Eco-Conscious Geelong Store Recycles the Un-recyclable

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Photo: Pixabay

A Geelong mother and daughter duo’s determination to look after the environment has fuelled their decision to open an ‘eco alternative’ shop in Pakington Street.

Heather Storer and Erin Petrie opened Live Eco in October last year, seeking to make a difference to the world and hoping to “spark the fire in you to want to make a difference too”.

“The idea for Live Eco came about as Mum and I wanted to be a hub for everyday eco items, we wanted people to pick something up in their home, such as a peg, and for them to know that there was somewhere they could go that would potentially have the eco alternative or where they could find out more information if not,” Erin said.

She said her mum, Heather, had always been environmentally savvy and was using reusable supermarket bags long before it was trendy.

“Mum has always been wary of chemicals in cleaning products, make up, hair care as well as chemicals in food, so we were brought up in an environment where we were encouraged to think twice about things before we used or consumed them,” Erin said.

Erin, a nutritionist, said she joined her mother’s commitment to living an eco-friendly lifestyle when her passion for helping people eat well and feel good “slowly splashed over into the environment”.

The mother-daughter team say the eco-conscious lifestyle is not hard to obtain, beginning with making small changes to look after the environment.

“Mum and I had been making small changes over the last few years from toilet paper, to cleaning products, to personal care products as, although we were both already wary of these, we were still able to make adjustments to make even better choices than we were already making,” Erin said.

She said the idea behind Live Eco was to “make looking after the environment really easy for people” by becoming a Terracyle drop off point, collecting and recycling metal lids and hosting Live Eco parties to educate people about eco-friendly options.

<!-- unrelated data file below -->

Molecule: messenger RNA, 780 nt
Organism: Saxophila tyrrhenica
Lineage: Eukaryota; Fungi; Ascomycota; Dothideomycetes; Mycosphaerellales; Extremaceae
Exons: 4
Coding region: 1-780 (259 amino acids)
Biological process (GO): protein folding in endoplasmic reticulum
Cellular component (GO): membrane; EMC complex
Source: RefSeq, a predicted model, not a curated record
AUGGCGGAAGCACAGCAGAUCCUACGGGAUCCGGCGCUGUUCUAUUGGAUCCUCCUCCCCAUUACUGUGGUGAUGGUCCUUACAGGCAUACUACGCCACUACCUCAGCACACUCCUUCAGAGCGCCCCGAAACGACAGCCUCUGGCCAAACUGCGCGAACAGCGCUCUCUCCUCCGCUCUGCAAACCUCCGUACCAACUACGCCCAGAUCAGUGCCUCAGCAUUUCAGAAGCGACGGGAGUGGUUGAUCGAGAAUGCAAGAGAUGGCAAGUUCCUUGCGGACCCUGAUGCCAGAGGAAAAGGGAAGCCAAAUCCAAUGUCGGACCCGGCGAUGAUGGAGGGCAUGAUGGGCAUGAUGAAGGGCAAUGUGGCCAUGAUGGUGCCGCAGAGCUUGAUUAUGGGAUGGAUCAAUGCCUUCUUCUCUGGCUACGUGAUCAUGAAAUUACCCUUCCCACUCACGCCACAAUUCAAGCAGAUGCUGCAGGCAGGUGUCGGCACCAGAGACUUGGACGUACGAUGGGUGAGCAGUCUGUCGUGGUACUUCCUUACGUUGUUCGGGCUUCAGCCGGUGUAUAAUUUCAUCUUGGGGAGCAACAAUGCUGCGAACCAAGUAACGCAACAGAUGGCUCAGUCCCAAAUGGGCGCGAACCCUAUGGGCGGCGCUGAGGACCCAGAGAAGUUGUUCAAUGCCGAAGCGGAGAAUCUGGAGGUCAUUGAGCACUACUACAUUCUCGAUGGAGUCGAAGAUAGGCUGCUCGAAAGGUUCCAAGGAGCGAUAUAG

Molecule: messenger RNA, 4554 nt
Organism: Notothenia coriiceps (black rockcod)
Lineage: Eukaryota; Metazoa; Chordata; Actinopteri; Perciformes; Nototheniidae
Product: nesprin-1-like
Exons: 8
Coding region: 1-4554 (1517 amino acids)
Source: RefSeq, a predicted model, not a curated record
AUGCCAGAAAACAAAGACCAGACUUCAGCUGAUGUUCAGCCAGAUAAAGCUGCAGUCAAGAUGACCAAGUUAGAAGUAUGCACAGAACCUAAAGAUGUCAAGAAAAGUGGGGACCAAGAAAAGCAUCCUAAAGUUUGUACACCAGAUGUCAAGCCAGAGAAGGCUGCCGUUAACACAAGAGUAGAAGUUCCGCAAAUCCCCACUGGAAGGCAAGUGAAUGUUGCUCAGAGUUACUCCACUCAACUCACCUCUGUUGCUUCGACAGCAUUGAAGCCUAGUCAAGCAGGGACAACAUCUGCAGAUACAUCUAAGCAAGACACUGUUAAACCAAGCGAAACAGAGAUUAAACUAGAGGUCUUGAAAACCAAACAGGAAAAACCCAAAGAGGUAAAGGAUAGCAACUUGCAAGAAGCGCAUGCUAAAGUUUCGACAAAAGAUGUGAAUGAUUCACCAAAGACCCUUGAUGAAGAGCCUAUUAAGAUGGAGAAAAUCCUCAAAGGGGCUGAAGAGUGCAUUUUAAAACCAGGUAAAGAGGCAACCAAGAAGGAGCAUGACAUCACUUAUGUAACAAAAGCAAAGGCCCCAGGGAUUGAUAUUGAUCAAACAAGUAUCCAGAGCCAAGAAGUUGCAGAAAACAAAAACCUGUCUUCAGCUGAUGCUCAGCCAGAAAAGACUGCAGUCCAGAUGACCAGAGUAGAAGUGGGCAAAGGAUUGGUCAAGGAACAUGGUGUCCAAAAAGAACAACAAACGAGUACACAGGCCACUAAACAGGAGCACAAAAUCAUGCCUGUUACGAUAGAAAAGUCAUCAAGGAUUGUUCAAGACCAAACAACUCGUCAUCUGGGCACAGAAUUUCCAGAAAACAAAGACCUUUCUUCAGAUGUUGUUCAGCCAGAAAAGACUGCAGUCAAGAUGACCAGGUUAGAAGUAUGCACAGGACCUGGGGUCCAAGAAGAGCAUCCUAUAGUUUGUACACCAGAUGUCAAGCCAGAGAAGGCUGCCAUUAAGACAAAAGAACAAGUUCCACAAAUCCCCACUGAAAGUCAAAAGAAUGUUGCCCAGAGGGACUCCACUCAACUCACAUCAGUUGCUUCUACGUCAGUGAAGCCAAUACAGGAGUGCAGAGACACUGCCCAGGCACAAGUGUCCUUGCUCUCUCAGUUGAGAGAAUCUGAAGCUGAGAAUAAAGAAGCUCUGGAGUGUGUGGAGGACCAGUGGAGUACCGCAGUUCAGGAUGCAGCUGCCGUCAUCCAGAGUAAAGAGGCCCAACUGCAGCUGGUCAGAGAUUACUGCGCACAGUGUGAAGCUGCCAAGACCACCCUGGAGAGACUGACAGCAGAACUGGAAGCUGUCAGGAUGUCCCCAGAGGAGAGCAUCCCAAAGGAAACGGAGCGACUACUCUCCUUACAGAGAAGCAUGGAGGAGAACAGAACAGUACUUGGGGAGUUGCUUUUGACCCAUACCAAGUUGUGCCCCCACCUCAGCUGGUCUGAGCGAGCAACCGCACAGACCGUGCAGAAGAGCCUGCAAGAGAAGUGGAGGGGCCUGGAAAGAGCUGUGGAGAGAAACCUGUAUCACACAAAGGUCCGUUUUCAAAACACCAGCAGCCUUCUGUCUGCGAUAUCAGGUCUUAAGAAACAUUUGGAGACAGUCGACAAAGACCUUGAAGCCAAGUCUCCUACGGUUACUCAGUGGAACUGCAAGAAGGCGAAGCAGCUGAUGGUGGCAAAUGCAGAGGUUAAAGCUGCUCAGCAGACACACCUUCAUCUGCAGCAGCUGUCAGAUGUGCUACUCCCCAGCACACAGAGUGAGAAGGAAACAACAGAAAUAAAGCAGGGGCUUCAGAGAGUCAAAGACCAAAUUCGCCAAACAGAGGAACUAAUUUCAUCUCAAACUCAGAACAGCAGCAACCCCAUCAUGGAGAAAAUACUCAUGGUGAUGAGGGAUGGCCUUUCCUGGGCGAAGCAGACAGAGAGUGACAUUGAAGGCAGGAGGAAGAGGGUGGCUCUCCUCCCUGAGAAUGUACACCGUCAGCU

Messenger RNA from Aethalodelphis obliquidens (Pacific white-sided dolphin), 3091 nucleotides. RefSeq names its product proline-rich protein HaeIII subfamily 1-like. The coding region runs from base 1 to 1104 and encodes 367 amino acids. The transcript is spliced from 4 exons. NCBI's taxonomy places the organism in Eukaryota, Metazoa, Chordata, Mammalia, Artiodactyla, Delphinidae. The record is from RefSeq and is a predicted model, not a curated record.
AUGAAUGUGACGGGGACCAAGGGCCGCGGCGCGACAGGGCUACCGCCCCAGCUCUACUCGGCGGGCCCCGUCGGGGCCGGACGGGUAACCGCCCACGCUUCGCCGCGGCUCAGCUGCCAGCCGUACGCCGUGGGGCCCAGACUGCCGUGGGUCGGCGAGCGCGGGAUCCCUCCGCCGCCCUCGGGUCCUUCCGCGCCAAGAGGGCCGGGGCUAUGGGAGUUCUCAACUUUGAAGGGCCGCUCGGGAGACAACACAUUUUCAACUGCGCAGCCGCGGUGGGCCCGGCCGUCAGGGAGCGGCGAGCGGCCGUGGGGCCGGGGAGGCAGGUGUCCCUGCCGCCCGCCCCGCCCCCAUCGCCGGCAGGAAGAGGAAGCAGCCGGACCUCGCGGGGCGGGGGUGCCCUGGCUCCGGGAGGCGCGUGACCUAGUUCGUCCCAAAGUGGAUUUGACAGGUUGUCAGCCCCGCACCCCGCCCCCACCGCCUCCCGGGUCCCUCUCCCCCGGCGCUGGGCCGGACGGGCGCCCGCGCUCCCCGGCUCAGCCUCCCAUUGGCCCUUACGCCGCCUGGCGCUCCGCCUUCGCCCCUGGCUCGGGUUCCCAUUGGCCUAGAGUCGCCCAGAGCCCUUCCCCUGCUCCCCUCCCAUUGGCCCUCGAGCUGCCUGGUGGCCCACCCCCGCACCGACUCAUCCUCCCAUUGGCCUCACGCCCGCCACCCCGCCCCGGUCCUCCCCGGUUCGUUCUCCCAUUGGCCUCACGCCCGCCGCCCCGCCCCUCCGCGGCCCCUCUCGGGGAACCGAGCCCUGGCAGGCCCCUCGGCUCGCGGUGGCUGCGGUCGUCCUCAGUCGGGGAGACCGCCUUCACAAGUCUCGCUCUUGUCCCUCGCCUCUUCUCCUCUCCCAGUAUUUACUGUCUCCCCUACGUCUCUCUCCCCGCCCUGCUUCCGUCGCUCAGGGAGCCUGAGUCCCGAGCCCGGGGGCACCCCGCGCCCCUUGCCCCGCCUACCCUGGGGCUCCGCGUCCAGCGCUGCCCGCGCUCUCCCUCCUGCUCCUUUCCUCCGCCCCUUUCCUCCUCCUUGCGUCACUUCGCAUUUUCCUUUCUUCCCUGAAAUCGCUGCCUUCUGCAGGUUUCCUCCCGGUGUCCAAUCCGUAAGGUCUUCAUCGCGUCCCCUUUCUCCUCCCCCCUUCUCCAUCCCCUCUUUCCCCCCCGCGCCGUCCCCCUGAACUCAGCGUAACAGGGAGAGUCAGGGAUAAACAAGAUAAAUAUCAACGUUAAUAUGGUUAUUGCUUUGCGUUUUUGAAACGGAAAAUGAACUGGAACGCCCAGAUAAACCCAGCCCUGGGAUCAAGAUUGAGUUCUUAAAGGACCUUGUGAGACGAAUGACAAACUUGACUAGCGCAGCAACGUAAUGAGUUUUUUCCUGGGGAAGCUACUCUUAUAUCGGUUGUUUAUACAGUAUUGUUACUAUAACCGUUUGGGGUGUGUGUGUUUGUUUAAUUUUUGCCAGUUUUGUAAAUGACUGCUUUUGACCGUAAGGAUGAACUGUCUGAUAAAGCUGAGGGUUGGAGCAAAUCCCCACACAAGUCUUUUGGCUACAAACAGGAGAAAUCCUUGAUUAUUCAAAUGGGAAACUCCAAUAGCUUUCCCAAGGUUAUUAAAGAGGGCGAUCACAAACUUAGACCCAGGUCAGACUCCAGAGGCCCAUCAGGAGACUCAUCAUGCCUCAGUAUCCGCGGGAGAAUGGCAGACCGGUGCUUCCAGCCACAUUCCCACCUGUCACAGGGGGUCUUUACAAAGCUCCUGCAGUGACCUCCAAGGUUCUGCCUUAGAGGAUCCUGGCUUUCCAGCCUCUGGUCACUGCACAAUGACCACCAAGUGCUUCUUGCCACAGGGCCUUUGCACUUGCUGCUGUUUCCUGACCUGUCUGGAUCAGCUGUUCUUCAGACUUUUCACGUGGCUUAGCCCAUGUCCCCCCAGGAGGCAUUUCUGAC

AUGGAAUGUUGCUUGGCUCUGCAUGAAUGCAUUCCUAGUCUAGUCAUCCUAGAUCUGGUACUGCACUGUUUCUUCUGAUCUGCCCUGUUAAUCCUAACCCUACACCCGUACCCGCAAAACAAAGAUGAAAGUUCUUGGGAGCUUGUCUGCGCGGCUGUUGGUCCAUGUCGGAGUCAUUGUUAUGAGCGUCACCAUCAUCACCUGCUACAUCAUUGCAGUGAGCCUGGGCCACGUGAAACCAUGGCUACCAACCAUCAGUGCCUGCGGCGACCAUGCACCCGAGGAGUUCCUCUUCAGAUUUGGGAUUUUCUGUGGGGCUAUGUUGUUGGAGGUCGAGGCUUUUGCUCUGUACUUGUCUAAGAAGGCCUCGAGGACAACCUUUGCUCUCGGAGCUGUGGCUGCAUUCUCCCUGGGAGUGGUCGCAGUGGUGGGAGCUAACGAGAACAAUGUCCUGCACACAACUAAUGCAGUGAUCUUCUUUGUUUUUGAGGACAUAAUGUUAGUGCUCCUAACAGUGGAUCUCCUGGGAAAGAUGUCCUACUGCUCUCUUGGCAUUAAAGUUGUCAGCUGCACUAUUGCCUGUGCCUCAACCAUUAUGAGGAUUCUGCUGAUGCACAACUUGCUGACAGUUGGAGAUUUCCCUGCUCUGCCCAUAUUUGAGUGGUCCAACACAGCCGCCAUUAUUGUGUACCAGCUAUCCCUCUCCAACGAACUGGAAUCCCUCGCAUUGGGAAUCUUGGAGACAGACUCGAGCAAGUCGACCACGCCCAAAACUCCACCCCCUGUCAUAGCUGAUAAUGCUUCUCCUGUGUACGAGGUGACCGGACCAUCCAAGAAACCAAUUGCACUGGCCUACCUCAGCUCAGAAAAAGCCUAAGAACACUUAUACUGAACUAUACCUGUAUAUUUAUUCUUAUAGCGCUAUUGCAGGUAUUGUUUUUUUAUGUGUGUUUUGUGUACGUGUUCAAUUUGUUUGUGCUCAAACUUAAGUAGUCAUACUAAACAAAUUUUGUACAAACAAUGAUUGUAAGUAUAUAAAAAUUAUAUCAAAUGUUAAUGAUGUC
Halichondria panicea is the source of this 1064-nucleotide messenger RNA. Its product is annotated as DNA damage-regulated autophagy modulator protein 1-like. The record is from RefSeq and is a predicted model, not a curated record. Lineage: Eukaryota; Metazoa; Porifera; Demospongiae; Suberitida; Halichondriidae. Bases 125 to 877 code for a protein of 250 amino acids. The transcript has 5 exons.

Terracycle is a recycling company that sorts and recycles waste into repurposed products. Live Eco collects the following items to send to Teracycle to be recycled.

Dental and oral care items including;

  • Toothbrushes
  • Toothpaste Packaging (as empty of product as possible)
  • Floss containers
  • Outside packaging for toothbrushes and floss containers

Beauty and hair products including;

  • Empty mascara and lipstick tubes
  • Empty eyeshadow palettes
  • Hairspray cans
  • Moisturiser, shampoo, conditioner, hair mask containers
  • Face care containers e.g eye cream, face moisturiser and toner
  • Eye liner and lip liner sticks
  • Foundation and concealer tubes

And miscellaneous items including;

  • Metal lids and metal bits (check they are metal and not aluminium by seeing if they are attracted to a magnet) 
  • Beer/cider caps
  • Pasta sauce, stir fry, salsa jar lids
  • Metal bit of pegs
  • Pens, markers and textas

Erin said these items would otherwise end up in landfill, which is a “Band-Aid solution” and many items meant for landfill “easily end up in our oceans”.

“Many of the materials items are made from these days will last for hundreds of years,” she said.

“If we don’t start to think more about the items we buy, and if it wasn’t for companies like Terracycle and many of the sustainable brands we stock in our shop, marine life will become endangered, the damage that landfill contributes to climate change will increase dramatically, and we will slowly start running out of places to store our rotting waste.”

https://www.instagram.com/p/BiJlqQvDVlg/?hl=en&taken-by=liveeco112

Erin admits that being environmentally friendly can be “overwhelming” due to the “variety of options and opinions out there” but she recommends starting with making small and simple changes to your supermarket shopping routine.

Erin’s eco-friendly tips:

  • Use reusable bags, keep some in your car and keep a scrunchable one in your handbag or glove box so it’s easy to remember
  • Use reusable produce bags for your fruit and veg or just place them in your trolley so you don’t need to use produce bags at all
  • Choose fruit and veg that doesn’t come in plastic packaging
  • Opt for cardboard or glass packaging for items where there is the option, such as with mineral water or pasta
  • Make a trip to your local bulk store to stock up on some items
  • Planning meals at home a few nights a week so that your using what you buy and reducing the amount your throw in the bin
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Soon to be graduate journalist with a demonstrated history of working in the media industry. Skilled in writing hard news and feature articles, audio editing, video editing and interviewing. Strong media and communication professional with a Bachelor of Communication majoring in Journalism from Deakin University.

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